Here at Mayo Wynne Baxter, our conveyancing team are doing all that we can to ensure that we keep things moving along as smoothly as possible. Our specialised teams are geared up to work remotely and business is running as usual, with normal running hours in order to continue to provide our clients with the minimum amount of disruption.
Working remotely means that we will be progressing transactions by phone, email and where available, video link or call where ordinarily we would be having a meeting in person. Our overall approach as a firm is to follow the guidance issued by Public Health England and Wales. The health of individuals and the public is the priority and as conveyancers, we will be keeping up to date with guidance as it evolves and changes with health advice and government policy in this public health emergency.
COVID-19 and the risks posed in conveyancing transactions
All conveyancing transactions are now subject to government advice on home moving. The Law Society has issued a press release following issues that have been raised amongst the profession as follows:
- Requests for properties to be decontaminated
- Refusal to vacate on completion because the Seller is in isolation
- Failure of disruption to parts of the banking system (such as CHAPS)
- Inability to obtain search results if people are not available to carry out the searches
- Reluctance on the part of the removal company employees to enter properties
- Difficulties in obtaining witnesses
- Issues in mortgage lending surveys physical valuation
At present the government has made a clear direction on the following (and police emergency powers are disapplied only for critical home moves):
- Home moves into occupied properties should only take place where contracts have already been exchanged, and where it has proved impossible for the parties involved to agree a deferral.
- Moves into unoccupied properties may continue, however the move must take account of the Public Health England and Public Health Wales guidance.
- Moves should only occur during the restrictions if your move is critical and it is safe to do so, for example, where the property is empty. If the empty property is in a chain, it may not be possible to complete without breaking the chain.
The advice is that you should complete a deep clean if you are moving to a new home and follow the advice given for decontamination of your new home especially if you have reason to believe the previous occupants may have, or have been in contact with, coronavirus.
Conveyancing transactions may fall into any one of the following scenarios:
You have exchanged and need to amend an existing contract
If you have exchanged and if all parties have agreed to defer the completion date, in order to remain compliant with s.2 of the Law of Property (Miscellaneous Provisions) Act 1989, solicitors should exchange a written agreement to vary the contract. The parties can “electronically e-sign the agreement” to vary the existing contract or authorise their solicitor to sign as agent on their behalf. A new contract will not be taking place, only a variation to the existing one. Since the original document cannot be sent to the solicitors on the other side, undertakings will need to be varied to confirm that the original document will be sent when the coronavirus COVID-19 restrictions are lifted.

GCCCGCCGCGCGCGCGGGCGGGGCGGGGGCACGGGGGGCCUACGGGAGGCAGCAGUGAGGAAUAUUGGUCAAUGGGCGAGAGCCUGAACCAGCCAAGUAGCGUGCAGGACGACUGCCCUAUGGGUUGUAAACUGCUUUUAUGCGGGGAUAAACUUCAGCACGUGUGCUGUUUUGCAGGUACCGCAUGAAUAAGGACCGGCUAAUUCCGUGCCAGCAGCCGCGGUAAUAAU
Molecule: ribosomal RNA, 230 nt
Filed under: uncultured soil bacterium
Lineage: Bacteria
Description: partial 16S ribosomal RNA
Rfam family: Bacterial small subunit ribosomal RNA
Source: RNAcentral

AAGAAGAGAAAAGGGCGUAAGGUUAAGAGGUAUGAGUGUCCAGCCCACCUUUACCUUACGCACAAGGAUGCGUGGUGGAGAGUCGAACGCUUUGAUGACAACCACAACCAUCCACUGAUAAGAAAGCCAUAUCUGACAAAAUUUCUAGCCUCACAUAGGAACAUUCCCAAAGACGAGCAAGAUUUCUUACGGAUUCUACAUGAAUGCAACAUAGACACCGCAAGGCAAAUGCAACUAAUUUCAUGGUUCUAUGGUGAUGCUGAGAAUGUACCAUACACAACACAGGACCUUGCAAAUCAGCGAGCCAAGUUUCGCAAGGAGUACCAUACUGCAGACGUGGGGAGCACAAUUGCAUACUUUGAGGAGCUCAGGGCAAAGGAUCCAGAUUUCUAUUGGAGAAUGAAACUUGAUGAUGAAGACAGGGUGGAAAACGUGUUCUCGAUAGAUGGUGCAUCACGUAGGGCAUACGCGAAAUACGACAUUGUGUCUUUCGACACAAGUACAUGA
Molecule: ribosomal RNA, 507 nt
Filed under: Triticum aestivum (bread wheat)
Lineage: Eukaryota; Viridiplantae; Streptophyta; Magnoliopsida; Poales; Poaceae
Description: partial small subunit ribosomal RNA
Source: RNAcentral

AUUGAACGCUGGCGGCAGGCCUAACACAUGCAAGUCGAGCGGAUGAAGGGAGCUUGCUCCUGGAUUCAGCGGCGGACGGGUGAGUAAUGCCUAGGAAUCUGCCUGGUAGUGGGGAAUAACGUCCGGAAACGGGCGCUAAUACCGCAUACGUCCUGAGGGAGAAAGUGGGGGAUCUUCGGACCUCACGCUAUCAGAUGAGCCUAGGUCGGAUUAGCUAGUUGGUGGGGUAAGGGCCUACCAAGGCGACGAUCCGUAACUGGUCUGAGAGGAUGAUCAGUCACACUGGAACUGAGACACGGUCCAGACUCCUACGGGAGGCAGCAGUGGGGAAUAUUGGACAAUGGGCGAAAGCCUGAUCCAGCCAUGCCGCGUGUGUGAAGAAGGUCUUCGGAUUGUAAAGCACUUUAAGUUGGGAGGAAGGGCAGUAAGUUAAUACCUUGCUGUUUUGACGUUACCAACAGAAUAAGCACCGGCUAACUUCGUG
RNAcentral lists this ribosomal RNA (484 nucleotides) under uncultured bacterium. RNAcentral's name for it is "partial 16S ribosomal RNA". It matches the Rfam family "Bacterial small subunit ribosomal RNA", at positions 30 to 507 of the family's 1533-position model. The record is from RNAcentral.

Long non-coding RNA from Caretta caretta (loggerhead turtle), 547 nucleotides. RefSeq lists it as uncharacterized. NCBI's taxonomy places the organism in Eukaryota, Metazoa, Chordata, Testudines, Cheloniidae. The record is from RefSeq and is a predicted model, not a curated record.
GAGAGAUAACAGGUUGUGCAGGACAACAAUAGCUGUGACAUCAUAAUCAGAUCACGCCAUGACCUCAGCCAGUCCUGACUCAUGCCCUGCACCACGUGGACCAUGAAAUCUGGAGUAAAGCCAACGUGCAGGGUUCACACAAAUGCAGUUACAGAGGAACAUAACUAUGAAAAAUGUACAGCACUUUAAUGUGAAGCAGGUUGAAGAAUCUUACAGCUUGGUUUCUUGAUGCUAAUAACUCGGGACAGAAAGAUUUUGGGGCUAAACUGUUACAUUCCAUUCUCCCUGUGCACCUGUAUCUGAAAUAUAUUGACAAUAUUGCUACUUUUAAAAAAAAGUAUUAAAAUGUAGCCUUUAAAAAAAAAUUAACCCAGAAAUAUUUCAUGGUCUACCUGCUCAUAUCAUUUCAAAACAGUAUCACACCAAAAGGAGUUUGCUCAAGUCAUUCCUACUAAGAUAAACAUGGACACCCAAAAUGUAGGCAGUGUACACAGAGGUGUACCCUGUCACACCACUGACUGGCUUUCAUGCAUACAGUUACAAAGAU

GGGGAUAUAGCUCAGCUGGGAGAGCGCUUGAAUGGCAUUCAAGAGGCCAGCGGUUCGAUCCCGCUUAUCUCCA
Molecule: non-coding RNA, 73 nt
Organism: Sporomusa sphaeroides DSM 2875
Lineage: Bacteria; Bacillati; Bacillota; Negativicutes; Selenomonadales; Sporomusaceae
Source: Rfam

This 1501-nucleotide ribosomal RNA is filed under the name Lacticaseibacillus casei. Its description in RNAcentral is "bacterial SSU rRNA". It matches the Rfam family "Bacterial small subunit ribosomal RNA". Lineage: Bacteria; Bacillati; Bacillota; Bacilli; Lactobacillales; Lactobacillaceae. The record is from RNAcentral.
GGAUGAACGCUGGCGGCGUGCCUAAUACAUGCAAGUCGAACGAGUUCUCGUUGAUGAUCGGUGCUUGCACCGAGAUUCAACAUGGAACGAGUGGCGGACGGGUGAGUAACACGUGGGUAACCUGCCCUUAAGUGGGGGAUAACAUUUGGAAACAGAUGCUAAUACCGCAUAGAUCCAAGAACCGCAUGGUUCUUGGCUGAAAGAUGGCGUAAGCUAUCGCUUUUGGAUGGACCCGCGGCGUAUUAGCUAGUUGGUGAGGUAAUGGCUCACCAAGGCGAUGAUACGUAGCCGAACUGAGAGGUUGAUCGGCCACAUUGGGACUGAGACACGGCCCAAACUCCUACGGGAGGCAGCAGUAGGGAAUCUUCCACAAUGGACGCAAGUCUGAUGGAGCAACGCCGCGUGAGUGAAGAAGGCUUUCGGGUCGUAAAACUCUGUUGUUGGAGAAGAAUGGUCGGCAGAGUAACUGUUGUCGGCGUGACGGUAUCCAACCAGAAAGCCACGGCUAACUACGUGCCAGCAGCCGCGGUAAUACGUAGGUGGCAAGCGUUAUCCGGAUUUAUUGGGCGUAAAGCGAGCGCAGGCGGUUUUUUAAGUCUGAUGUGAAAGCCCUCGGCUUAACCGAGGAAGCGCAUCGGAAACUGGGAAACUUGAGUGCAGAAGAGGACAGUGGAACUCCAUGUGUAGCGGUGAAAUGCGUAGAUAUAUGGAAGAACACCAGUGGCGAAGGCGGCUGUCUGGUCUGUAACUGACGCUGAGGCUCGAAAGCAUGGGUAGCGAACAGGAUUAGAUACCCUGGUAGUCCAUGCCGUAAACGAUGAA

You have already exchanged contracts
If you have indeed already exchanged contracts then you will need your solicitor to arrange for the transaction to be deferred. If there is a chain, then you may need to liaise with your estate agent to get this agreed with the various parties. Delaying it may not be that easy, especially if the government extend their restrictions on lock-down.
Any sub-agreement should include the provision that once the restrictions are lifted, there will be a period of time agreed before you complete to enable everyone to get ready for the move. This will need to a realistic timescale in order to arrange all that you will need like removals. The process may be further complicated if you have a mortgage and therefore your solicitor will need to ensure that written confirmation from your lender is obtained as to an extension to the mortgage. There are serious considerations to be alerted to however in this “deferral” time frame, such as mortgage considerations, sickness of someone in the chain or worse, death.
Special considerations to those of you who have mortgages pending
If your circumstances change in the time between exchange and completion, and in this time you lose your job and no longer can afford the mortgage, this will be something that will need to be reported to your lender. A further consideration is the property value. In this time of “deferral” the property may have declined in value and impacted the lender’s ability to lend.
If you have a Mortgage, lenders are agreeing to extend their offers for three months and you will need to confirm this by contacting your lender.
Any delays will have a knock-on effect on your searches and since your normal obligations will apply to the lender and clients may need to consider the expiry of searches and whether these will need to be refreshed and the costs involved.
If you have not yet exchanged contracts
Not all is lost – the transaction can continue to progress however, take time to consider carefully the ramifications of instructing your solicitor to exchange contracts. Issues may arise in between exchange and completion and the contract will continue to be binding. If you are looking to exchange, then you must ensure that a suitable clause is incorporated into the contract to account for all the potential risks.